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Basic Beliefs Must Exist

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Basic Beliefs Must Exist

The root of knowledge has always been a great question of philosophy. What do we know? Or do we really know what we think we know? What justifies our beliefs as knowledge? It all comes down to the same question, same question asked in cosmology, biology and many others: How did it all begin? Where scientific data is inadequate, epistemology tried to find answers and possibilities and asked their version of the question: Are there any epistemically basic beliefs? In other words, how does knowing begin? Or to some, does knowledge exist at all? Foundationalism suggested that after all there must be an epistemically basic belief at the root of the rest of them, a starting point that doesn’t need justification because it justifies itself. In this essay I will explain that there are epistemically basic beliefs, which has been proven and exemplified by various philosophers of Foundationalism. First I will explain Foundationalism and give examples to epistemically basic beliefs, then I will explain how coherentism refutes the idea of a basic belief and lastly I will examine how both stand in front of the regress argument, proving the existence of basic belief for the existence of knowledge.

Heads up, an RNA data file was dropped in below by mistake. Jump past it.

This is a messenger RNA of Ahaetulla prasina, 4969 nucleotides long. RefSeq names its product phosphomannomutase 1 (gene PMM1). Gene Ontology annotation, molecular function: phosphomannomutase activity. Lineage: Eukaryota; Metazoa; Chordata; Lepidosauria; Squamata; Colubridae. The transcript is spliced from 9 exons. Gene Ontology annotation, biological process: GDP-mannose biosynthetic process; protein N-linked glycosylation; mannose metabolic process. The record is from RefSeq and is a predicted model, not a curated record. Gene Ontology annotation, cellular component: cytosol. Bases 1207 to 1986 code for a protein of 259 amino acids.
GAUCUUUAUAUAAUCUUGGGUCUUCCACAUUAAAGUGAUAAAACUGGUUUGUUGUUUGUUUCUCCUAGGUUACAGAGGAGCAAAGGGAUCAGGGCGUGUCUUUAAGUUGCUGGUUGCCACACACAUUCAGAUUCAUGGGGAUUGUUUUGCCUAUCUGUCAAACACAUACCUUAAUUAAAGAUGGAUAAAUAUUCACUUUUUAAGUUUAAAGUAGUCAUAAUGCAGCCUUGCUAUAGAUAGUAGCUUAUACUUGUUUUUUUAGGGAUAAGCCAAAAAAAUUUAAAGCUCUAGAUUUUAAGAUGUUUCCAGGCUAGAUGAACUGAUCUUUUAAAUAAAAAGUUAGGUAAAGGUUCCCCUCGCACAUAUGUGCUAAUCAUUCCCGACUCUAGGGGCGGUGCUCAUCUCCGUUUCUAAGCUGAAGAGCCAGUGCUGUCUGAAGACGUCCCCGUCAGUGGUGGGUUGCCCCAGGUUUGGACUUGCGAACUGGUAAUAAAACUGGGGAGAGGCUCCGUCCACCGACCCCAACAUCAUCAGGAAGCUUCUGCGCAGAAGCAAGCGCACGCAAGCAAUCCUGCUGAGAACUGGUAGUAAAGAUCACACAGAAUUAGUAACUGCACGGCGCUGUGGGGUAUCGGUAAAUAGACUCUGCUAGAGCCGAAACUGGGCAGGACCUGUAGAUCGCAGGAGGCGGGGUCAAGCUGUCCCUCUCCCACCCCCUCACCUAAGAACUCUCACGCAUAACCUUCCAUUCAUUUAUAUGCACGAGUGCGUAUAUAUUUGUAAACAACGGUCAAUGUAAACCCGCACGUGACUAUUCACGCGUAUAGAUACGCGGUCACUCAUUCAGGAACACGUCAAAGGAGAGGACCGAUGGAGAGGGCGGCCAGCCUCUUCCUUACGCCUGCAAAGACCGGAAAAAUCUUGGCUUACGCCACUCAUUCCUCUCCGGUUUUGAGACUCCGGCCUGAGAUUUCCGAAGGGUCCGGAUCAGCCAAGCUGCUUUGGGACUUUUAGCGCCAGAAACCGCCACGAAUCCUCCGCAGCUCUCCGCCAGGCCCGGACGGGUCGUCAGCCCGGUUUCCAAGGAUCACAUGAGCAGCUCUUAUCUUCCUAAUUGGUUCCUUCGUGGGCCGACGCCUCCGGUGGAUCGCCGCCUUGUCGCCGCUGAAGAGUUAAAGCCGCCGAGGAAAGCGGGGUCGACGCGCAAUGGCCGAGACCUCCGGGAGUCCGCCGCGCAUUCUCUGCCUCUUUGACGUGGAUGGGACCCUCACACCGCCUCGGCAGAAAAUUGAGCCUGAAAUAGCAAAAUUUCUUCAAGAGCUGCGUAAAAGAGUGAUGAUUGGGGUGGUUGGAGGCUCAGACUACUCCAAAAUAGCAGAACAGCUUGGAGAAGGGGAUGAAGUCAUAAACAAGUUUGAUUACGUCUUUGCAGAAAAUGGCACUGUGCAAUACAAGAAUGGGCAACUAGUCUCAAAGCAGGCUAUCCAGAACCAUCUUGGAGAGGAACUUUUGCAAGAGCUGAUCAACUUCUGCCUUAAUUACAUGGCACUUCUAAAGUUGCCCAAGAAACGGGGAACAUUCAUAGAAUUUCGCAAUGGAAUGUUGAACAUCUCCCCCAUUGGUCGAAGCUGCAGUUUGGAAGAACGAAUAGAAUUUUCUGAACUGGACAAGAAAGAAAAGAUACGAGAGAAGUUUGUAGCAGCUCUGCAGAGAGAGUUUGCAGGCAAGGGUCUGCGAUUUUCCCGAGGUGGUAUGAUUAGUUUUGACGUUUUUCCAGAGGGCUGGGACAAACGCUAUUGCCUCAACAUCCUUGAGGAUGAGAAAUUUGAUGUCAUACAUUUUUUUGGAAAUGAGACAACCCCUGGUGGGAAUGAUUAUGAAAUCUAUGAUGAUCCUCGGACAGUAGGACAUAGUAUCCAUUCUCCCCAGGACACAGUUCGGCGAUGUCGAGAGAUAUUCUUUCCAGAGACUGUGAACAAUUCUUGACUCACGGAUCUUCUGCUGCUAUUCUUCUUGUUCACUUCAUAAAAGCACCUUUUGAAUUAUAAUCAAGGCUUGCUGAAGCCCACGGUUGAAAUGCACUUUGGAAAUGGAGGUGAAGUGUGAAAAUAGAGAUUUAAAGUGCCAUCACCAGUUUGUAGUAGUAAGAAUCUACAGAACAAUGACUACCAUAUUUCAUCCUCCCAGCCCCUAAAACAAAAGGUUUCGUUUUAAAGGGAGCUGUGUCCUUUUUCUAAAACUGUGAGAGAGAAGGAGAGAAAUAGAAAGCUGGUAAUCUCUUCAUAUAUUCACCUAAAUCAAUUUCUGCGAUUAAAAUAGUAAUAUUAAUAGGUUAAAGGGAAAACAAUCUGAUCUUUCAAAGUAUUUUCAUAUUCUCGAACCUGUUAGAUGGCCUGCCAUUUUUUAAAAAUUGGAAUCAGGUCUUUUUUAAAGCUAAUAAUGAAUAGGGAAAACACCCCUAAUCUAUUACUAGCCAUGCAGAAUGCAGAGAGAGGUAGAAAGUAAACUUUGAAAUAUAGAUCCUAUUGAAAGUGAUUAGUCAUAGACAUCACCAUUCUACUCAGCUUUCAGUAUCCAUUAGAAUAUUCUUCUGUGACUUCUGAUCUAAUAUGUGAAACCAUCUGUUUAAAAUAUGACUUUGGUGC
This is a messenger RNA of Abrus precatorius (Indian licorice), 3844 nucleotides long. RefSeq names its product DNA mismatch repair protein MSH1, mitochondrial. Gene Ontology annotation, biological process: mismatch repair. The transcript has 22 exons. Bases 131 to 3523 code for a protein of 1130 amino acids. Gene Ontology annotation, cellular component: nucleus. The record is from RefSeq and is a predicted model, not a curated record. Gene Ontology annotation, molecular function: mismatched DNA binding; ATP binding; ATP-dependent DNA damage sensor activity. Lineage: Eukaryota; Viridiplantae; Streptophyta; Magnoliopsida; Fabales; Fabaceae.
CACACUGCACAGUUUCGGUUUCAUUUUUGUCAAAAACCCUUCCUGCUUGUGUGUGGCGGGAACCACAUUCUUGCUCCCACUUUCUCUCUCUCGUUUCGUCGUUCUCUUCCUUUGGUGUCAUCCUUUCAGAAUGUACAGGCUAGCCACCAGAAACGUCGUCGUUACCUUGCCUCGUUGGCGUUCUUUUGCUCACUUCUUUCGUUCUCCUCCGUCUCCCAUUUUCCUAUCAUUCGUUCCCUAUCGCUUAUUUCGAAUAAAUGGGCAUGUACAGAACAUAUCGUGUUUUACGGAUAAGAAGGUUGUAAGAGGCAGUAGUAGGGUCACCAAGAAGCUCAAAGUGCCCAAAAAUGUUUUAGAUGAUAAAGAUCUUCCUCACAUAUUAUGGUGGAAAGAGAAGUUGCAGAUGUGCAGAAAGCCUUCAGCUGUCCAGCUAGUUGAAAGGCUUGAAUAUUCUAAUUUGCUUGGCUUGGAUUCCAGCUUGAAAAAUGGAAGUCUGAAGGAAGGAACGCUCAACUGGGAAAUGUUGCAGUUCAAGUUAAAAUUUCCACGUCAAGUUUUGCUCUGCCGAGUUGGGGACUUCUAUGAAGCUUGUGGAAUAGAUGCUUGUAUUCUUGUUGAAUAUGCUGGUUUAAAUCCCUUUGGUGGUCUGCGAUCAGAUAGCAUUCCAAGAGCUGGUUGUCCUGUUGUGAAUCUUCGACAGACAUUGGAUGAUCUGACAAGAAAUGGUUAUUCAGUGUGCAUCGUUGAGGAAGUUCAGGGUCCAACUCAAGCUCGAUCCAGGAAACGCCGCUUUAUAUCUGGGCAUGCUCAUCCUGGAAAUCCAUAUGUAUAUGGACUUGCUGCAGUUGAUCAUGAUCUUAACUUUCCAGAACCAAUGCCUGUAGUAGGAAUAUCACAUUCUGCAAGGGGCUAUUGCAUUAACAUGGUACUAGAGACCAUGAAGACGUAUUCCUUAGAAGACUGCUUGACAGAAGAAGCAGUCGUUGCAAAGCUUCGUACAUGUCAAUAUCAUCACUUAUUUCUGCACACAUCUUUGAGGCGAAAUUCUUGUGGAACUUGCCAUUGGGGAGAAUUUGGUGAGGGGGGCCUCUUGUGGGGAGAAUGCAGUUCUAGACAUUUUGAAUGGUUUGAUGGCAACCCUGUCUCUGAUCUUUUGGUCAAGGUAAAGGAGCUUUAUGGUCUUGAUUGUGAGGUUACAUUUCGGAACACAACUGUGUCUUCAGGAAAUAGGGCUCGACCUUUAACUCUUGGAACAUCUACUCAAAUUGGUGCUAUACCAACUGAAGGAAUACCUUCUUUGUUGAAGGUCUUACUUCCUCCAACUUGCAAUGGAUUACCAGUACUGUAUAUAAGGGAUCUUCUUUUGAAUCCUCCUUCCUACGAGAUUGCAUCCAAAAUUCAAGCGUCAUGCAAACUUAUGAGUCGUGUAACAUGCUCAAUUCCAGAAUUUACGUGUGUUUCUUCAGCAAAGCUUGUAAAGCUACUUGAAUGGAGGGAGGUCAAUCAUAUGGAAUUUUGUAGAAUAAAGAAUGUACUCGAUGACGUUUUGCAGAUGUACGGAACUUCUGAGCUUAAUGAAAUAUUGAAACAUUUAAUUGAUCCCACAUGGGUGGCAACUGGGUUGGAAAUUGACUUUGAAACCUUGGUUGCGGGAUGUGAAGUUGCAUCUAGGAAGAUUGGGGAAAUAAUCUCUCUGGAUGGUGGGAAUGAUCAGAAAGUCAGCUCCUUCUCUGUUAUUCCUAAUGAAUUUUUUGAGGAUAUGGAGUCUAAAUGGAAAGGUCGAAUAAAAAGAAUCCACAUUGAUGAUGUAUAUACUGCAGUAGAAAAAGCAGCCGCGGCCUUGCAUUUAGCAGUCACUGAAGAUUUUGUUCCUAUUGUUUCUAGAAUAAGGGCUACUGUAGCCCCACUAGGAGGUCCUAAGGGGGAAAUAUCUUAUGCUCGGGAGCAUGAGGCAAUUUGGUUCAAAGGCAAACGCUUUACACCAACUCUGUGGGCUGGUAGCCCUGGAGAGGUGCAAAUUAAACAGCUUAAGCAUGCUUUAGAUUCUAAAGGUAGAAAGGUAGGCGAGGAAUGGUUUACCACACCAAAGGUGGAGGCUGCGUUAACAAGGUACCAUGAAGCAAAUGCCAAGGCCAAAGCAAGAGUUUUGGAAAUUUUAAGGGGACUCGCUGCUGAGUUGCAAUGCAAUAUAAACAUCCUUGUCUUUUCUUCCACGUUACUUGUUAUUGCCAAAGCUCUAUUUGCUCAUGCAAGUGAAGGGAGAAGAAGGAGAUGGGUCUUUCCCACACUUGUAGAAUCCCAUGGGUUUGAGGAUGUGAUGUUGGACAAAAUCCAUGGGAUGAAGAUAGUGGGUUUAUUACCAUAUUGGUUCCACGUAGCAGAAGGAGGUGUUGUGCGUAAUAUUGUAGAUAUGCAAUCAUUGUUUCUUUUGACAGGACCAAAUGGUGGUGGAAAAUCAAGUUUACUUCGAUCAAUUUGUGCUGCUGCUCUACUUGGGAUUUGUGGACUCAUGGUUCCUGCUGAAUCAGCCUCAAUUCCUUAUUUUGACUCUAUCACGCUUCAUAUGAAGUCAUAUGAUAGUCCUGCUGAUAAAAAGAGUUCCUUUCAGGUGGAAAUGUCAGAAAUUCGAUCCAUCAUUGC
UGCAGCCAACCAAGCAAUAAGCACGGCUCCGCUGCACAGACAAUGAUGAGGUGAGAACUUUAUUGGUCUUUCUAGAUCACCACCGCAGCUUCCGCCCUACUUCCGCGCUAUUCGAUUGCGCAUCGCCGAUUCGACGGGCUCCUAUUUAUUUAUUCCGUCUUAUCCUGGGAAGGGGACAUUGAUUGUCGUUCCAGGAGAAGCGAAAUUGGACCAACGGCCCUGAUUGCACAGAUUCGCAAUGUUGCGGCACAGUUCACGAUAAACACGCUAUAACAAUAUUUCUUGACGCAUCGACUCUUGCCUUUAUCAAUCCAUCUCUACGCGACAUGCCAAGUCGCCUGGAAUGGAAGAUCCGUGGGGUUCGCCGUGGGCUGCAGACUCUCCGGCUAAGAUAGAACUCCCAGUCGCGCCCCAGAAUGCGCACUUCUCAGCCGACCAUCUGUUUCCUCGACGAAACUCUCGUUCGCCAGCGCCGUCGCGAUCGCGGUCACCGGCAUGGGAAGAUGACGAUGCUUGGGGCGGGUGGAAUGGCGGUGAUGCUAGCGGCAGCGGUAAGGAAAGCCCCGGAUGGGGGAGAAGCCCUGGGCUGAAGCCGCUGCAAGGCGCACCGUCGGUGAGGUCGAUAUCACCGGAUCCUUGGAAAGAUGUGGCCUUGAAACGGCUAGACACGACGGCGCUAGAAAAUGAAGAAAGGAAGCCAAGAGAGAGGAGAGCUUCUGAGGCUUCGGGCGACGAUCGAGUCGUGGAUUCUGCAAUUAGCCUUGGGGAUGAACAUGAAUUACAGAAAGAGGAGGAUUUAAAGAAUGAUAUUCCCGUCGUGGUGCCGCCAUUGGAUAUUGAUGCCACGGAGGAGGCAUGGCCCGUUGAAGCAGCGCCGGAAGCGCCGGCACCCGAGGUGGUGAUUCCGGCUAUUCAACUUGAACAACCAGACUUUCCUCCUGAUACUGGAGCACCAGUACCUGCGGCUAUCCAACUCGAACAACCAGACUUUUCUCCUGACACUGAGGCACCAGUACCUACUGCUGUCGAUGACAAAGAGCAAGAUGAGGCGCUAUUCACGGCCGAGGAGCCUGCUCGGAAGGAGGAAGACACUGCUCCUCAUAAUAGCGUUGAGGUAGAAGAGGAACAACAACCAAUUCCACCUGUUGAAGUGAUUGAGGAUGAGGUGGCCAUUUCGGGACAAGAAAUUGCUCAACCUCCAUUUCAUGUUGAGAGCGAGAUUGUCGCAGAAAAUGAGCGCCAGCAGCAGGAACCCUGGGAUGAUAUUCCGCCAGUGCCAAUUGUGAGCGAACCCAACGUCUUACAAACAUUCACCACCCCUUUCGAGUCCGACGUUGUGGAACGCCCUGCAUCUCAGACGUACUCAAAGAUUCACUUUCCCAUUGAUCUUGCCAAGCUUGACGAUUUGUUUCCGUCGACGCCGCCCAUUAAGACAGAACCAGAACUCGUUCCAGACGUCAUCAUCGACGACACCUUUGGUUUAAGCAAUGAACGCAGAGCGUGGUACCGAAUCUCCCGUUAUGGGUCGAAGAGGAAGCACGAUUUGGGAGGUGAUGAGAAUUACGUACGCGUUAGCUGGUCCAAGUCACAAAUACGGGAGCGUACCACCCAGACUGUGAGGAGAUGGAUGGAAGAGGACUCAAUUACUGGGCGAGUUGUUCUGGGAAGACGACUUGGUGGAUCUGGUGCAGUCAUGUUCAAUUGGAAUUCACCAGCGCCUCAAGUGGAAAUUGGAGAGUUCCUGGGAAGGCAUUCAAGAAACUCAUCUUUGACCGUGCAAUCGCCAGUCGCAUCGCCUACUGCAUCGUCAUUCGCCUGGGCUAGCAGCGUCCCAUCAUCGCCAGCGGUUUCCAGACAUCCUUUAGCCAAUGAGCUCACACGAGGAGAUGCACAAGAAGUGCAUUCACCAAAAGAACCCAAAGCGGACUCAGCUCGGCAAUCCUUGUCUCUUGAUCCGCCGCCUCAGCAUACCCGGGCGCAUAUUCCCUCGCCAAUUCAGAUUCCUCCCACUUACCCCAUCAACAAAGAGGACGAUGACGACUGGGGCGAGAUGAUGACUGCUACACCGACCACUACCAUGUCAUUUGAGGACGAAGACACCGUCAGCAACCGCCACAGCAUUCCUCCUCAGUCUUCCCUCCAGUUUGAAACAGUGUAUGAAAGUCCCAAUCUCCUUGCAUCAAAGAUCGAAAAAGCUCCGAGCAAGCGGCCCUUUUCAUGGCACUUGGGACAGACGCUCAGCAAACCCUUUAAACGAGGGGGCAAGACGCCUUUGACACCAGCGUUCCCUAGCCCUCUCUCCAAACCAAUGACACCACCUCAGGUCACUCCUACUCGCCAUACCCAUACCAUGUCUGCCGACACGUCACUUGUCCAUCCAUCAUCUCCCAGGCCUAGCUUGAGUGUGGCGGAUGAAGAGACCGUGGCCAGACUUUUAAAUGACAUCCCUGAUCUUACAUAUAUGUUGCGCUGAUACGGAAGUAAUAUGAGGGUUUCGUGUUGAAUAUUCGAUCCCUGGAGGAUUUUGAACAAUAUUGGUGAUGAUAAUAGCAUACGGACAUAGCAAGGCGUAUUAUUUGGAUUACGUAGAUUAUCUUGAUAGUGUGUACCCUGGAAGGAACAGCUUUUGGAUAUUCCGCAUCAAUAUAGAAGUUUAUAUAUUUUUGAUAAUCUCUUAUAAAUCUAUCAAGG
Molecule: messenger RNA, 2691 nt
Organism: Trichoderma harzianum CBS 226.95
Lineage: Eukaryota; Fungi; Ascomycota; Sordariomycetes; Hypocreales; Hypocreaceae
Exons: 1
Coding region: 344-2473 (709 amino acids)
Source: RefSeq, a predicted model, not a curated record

If there is knowledge it must have a starting point. Foundationalism is an epistemological view that suggests that the chain of justification of beliefs has a starting point, which is called basic belief. All our beliefs are justified by these basic or foundational beliefs and these foundational beliefs are self-justifying, meaning that it opposes the suggestion that the justification chain goes to infinity. It’s important here to distinguish between knowledge and belief. To Plato, knowledge is a well-justified true belief. In it’s various forms, these basic beliefs are self-justified which is exactly why it becomes solid enough to be assumed as an axiom…...

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